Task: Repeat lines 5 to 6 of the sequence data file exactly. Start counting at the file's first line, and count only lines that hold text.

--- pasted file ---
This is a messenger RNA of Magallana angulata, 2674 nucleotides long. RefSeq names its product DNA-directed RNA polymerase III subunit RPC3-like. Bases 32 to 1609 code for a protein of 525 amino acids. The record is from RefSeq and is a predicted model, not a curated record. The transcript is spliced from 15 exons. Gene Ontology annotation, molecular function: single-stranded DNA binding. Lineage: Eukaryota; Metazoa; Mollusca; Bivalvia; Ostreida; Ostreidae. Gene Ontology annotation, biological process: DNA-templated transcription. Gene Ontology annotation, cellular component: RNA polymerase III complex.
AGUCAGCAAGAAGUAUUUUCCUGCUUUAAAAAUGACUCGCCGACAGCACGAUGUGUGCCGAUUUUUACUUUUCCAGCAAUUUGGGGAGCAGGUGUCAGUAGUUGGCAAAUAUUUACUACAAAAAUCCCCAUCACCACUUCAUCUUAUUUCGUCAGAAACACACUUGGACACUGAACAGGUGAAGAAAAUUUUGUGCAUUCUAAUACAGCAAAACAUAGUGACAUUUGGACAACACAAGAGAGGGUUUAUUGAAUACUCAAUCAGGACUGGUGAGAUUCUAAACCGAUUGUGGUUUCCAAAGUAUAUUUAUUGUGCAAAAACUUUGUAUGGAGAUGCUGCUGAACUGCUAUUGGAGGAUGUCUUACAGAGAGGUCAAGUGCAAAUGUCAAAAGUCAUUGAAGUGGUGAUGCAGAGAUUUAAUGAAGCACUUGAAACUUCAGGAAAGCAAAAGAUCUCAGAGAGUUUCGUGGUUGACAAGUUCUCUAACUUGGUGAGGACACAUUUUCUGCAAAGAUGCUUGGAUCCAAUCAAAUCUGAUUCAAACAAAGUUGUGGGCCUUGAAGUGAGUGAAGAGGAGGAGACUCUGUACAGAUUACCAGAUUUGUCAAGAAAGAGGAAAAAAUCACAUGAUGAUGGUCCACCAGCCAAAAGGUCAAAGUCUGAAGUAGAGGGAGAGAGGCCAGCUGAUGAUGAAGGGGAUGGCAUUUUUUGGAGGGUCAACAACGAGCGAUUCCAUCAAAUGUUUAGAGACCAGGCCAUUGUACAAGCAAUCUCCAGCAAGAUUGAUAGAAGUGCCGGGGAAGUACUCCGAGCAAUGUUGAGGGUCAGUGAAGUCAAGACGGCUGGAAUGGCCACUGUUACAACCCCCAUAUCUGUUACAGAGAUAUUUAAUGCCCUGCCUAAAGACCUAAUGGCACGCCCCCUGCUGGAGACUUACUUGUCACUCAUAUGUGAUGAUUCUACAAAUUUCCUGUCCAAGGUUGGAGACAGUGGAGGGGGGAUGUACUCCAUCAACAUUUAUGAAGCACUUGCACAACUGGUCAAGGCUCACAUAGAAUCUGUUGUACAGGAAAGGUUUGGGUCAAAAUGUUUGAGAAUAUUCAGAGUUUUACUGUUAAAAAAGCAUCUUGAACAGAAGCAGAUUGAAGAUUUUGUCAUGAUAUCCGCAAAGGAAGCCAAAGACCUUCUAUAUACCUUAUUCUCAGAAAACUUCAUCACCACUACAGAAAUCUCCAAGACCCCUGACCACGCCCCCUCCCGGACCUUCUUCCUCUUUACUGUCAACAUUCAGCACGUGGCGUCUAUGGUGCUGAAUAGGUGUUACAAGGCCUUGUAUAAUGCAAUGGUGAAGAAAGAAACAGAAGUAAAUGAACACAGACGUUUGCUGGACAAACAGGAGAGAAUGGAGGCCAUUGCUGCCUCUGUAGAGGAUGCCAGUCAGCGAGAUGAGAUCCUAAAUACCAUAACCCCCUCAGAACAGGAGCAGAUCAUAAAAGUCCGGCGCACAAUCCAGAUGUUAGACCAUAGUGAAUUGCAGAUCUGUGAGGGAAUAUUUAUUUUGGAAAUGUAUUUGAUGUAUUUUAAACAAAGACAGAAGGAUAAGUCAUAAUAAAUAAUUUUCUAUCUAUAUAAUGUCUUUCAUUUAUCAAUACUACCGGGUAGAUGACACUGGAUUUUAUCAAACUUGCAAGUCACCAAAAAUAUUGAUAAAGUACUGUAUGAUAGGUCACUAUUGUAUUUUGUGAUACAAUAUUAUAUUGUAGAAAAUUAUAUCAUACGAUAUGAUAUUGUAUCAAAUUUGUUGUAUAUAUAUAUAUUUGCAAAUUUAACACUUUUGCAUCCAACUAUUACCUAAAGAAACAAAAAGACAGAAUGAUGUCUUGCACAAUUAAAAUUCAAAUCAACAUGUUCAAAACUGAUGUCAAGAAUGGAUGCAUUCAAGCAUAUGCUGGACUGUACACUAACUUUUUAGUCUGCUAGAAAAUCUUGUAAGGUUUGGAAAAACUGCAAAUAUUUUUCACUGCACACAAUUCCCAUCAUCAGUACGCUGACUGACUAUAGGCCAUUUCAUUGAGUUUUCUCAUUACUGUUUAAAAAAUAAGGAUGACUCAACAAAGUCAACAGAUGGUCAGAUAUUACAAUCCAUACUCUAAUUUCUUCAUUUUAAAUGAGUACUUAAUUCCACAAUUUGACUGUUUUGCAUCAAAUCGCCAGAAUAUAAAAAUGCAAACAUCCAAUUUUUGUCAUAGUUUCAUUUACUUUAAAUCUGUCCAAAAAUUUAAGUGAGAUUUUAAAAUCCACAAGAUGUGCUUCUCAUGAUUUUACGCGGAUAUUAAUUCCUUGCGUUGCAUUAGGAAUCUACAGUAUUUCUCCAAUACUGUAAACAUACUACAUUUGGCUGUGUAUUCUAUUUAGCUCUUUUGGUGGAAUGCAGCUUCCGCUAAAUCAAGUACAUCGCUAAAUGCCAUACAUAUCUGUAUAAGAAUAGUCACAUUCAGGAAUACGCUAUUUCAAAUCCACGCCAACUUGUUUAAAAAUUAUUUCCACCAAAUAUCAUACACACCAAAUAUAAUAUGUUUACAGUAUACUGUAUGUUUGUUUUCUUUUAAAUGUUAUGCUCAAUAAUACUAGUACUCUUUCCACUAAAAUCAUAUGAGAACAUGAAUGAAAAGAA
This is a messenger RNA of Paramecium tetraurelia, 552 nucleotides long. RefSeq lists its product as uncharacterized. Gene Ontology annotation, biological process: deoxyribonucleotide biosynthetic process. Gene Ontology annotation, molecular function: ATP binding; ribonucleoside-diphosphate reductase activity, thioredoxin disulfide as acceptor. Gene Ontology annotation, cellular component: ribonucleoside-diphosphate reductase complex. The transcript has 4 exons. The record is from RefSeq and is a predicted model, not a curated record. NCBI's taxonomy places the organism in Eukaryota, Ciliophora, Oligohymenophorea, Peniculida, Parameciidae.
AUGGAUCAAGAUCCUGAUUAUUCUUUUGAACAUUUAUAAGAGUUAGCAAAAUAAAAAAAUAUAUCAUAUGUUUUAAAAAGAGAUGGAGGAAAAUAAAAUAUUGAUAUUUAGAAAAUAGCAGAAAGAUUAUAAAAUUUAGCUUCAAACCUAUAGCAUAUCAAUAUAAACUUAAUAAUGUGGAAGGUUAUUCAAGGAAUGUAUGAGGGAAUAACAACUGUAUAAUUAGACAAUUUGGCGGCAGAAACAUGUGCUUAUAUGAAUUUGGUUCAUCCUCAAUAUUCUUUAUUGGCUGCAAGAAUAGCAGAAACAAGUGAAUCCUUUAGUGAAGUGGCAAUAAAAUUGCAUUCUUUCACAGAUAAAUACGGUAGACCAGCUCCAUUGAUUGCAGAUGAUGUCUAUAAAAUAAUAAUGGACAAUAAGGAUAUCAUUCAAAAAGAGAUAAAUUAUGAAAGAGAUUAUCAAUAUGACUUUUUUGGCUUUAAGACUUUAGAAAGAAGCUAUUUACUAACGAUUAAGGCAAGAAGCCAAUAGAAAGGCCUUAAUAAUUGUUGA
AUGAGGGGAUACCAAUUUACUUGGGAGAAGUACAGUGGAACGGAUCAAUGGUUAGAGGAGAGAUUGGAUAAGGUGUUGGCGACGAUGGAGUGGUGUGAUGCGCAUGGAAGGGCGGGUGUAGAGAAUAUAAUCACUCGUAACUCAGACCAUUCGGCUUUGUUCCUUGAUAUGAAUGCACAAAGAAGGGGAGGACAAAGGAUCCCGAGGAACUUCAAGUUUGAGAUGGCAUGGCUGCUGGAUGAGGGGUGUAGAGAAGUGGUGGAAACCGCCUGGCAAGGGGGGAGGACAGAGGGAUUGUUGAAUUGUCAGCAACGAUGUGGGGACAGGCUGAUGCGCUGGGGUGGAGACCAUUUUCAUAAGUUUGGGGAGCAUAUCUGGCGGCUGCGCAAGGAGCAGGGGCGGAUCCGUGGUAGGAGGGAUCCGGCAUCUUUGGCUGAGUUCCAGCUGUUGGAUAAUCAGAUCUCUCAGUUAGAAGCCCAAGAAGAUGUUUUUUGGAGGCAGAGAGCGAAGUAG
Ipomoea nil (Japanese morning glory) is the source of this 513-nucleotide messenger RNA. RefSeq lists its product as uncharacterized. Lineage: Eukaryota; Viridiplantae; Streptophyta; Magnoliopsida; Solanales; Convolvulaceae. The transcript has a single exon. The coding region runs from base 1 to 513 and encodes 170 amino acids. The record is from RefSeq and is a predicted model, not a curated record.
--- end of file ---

AUGAGGGGAUACCAAUUUACUUGGGAGAAGUACAGUGGAACGGAUCAAUGGUUAGAGGAGAGAUUGGAUAAGGUGUUGGCGACGAUGGAGUGGUGUGAUGCGCAUGGAAGGGCGGGUGUAGAGAAUAUAAUCACUCGUAACUCAGACCAUUCGGCUUUGUUCCUUGAUAUGAAUGCACAAAGAAGGGGAGGACAAAGGAUCCCGAGGAACUUCAAGUUUGAGAUGGCAUGGCUGCUGGAUGAGGGGUGUAGAGAAGUGGUGGAAACCGCCUGGCAAGGGGGGAGGACAGAGGGAUUGUUGAAUUGUCAGCAACGAUGUGGGGACAGGCUGAUGCGCUGGGGUGGAGACCAUUUUCAUAAGUUUGGGGAGCAUAUCUGGCGGCUGCGCAAGGAGCAGGGGCGGAUCCGUGGUAGGAGGGAUCCGGCAUCUUUGGCUGAGUUCCAGCUGUUGGAUAAUCAGAUCUCUCAGUUAGAAGCCCAAGAAGAUGUUUUUUGGAGGCAGAGAGCGAAGUAG
Ipomoea nil (Japanese morning glory) is the source of this 513-nucleotide messenger RNA. RefSeq lists its product as uncharacterized. Lineage: Eukaryota; Viridiplantae; Streptophyta; Magnoliopsida; Solanales; Convolvulaceae. The transcript has a single exon. The coding region runs from base 1 to 513 and encodes 170 amino acids. The record is from RefSeq and is a predicted model, not a curated record.